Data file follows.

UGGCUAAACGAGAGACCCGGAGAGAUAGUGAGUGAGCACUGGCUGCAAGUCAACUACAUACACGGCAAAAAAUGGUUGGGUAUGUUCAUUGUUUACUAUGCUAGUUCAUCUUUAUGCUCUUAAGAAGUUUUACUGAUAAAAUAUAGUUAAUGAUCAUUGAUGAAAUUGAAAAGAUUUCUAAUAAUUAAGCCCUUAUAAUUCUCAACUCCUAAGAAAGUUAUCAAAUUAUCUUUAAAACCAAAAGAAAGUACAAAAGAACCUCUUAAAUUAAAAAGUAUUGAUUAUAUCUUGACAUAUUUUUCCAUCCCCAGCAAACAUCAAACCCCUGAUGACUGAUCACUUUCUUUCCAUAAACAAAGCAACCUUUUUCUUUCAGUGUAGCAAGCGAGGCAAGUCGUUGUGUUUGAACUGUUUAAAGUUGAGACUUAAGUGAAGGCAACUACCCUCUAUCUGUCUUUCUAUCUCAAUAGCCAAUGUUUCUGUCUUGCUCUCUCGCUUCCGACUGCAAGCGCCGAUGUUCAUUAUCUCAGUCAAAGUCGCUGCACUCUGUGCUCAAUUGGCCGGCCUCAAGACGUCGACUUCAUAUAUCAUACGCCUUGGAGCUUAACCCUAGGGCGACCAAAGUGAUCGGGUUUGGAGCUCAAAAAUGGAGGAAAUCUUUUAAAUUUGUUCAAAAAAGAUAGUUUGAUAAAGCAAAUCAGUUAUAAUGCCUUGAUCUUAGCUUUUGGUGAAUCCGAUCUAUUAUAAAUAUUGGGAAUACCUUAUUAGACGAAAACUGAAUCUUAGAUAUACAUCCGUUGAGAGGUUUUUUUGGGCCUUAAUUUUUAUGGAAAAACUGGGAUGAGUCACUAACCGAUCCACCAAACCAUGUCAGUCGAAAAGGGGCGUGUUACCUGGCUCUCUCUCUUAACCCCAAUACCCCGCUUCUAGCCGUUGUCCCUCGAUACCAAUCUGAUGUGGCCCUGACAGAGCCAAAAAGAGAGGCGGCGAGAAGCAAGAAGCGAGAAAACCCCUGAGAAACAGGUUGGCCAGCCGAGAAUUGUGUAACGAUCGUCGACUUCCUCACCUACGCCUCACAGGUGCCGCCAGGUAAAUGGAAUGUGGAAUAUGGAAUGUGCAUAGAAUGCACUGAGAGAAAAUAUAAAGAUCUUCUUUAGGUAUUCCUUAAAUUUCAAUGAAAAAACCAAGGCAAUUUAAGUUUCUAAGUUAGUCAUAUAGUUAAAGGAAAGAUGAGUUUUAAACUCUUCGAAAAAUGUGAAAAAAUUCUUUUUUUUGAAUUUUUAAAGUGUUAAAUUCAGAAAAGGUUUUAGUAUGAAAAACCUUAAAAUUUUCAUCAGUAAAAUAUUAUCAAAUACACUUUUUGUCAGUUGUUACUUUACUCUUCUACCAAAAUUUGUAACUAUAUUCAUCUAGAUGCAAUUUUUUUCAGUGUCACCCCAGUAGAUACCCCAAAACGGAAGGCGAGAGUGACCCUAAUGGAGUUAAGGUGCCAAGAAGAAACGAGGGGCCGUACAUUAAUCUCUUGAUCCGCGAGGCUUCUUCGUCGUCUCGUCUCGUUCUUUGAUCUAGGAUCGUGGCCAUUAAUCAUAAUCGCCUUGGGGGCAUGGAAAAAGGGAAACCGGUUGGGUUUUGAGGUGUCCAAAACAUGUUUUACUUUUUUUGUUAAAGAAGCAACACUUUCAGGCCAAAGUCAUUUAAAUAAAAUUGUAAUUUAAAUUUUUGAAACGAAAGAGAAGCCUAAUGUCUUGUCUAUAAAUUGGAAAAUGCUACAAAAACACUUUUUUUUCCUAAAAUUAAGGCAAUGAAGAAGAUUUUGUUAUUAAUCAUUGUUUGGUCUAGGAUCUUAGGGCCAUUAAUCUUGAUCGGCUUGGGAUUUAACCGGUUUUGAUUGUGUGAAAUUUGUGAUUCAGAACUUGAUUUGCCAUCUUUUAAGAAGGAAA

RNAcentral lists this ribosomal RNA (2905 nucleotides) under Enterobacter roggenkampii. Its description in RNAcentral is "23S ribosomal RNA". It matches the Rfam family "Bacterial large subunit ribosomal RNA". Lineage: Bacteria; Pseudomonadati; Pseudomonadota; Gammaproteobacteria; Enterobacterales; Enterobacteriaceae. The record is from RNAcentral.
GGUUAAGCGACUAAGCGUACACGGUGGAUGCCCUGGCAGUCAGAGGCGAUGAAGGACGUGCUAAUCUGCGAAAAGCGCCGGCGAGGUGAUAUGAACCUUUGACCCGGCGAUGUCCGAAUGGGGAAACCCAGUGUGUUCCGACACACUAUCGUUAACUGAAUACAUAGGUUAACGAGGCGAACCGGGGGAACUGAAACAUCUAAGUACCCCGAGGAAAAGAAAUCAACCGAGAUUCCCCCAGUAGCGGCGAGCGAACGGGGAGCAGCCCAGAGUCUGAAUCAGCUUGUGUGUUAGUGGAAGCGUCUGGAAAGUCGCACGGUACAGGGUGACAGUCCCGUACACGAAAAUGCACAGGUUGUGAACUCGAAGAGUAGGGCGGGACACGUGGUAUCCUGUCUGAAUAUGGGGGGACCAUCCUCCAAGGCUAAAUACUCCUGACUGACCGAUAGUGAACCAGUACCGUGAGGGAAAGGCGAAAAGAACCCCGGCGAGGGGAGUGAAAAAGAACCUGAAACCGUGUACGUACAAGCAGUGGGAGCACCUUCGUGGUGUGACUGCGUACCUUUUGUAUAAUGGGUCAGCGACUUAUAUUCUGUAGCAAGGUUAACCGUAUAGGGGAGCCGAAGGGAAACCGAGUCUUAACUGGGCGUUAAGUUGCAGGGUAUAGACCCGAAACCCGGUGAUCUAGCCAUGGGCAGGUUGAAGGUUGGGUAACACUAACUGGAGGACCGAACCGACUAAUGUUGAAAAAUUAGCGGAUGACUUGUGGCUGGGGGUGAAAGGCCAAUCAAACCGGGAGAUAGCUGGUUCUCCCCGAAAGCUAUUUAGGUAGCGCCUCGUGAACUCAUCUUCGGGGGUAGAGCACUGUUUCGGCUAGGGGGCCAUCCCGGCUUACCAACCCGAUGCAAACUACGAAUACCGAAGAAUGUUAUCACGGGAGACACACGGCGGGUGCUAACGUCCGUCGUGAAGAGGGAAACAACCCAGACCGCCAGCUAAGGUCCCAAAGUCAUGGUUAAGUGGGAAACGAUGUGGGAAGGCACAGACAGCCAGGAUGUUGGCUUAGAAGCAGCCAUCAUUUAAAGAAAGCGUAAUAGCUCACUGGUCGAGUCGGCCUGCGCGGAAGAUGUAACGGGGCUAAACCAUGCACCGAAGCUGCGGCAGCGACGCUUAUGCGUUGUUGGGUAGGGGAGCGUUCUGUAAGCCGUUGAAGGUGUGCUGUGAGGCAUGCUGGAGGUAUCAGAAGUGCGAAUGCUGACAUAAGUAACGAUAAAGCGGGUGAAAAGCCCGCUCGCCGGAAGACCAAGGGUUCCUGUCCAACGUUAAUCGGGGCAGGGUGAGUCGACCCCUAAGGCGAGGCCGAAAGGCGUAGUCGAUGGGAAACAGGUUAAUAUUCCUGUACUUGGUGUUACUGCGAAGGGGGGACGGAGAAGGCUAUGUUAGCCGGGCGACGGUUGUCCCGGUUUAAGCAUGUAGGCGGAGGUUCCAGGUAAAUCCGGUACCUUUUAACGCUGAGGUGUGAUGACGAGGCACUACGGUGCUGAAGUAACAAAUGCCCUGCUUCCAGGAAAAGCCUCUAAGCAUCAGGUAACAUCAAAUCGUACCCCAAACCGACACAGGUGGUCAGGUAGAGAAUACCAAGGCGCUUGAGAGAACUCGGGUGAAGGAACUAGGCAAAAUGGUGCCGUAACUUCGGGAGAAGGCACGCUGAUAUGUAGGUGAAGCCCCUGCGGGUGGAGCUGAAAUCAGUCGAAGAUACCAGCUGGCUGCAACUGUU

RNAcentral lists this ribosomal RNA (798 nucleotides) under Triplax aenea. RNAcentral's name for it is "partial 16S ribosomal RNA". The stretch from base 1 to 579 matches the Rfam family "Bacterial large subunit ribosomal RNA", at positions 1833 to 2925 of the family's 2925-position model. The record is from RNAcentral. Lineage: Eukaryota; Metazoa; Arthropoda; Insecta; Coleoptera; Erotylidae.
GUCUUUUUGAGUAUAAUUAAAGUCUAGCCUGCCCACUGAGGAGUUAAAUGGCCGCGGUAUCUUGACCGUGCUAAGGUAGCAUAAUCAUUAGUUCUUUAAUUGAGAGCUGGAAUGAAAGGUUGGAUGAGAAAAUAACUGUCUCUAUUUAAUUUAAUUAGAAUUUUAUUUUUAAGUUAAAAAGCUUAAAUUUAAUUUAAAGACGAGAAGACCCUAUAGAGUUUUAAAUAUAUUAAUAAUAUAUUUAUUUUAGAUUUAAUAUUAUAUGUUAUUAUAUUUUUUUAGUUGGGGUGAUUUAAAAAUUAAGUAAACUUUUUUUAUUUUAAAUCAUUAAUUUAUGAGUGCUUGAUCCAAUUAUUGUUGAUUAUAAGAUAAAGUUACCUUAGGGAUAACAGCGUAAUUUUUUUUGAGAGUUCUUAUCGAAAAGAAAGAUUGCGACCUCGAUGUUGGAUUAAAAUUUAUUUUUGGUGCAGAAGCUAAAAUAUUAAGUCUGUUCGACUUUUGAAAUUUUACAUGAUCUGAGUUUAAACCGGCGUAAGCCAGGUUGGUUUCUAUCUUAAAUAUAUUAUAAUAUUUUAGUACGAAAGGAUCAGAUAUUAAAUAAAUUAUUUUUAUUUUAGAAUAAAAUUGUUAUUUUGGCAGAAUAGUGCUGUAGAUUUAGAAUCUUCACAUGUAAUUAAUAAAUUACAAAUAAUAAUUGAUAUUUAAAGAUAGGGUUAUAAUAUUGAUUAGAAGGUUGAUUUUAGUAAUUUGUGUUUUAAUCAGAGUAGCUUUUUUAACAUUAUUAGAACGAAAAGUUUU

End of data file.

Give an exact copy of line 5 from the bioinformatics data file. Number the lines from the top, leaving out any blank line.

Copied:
GUCUUUUUGAGUAUAAUUAAAGUCUAGCCUGCCCACUGAGGAGUUAAAUGGCCGCGGUAUCUUGACCGUGCUAAGGUAGCAUAAUCAUUAGUUCUUUAAUUGAGAGCUGGAAUGAAAGGUUGGAUGAGAAAAUAACUGUCUCUAUUUAAUUUAAUUAGAAUUUUAUUUUUAAGUUAAAAAGCUUAAAUUUAAUUUAAAGACGAGAAGACCCUAUAGAGUUUUAAAUAUAUUAAUAAUAUAUUUAUUUUAGAUUUAAUAUUAUAUGUUAUUAUAUUUUUUUAGUUGGGGUGAUUUAAAAAUUAAGUAAACUUUUUUUAUUUUAAAUCAUUAAUUUAUGAGUGCUUGAUCCAAUUAUUGUUGAUUAUAAGAUAAAGUUACCUUAGGGAUAACAGCGUAAUUUUUUUUGAGAGUUCUUAUCGAAAAGAAAGAUUGCGACCUCGAUGUUGGAUUAAAAUUUAUUUUUGGUGCAGAAGCUAAAAUAUUAAGUCUGUUCGACUUUUGAAAUUUUACAUGAUCUGAGUUUAAACCGGCGUAAGCCAGGUUGGUUUCUAUCUUAAAUAUAUUAUAAUAUUUUAGUACGAAAGGAUCAGAUAUUAAAUAAAUUAUUUUUAUUUUAGAAUAAAAUUGUUAUUUUGGCAGAAUAGUGCUGUAGAUUUAGAAUCUUCACAUGUAAUUAAUAAAUUACAAAUAAUAAUUGAUAUUUAAAGAUAGGGUUAUAAUAUUGAUUAGAAGGUUGAUUUUAGUAAUUUGUGUUUUAAUCAGAGUAGCUUUUUUAACAUUAUUAGAACGAAAAGUUUU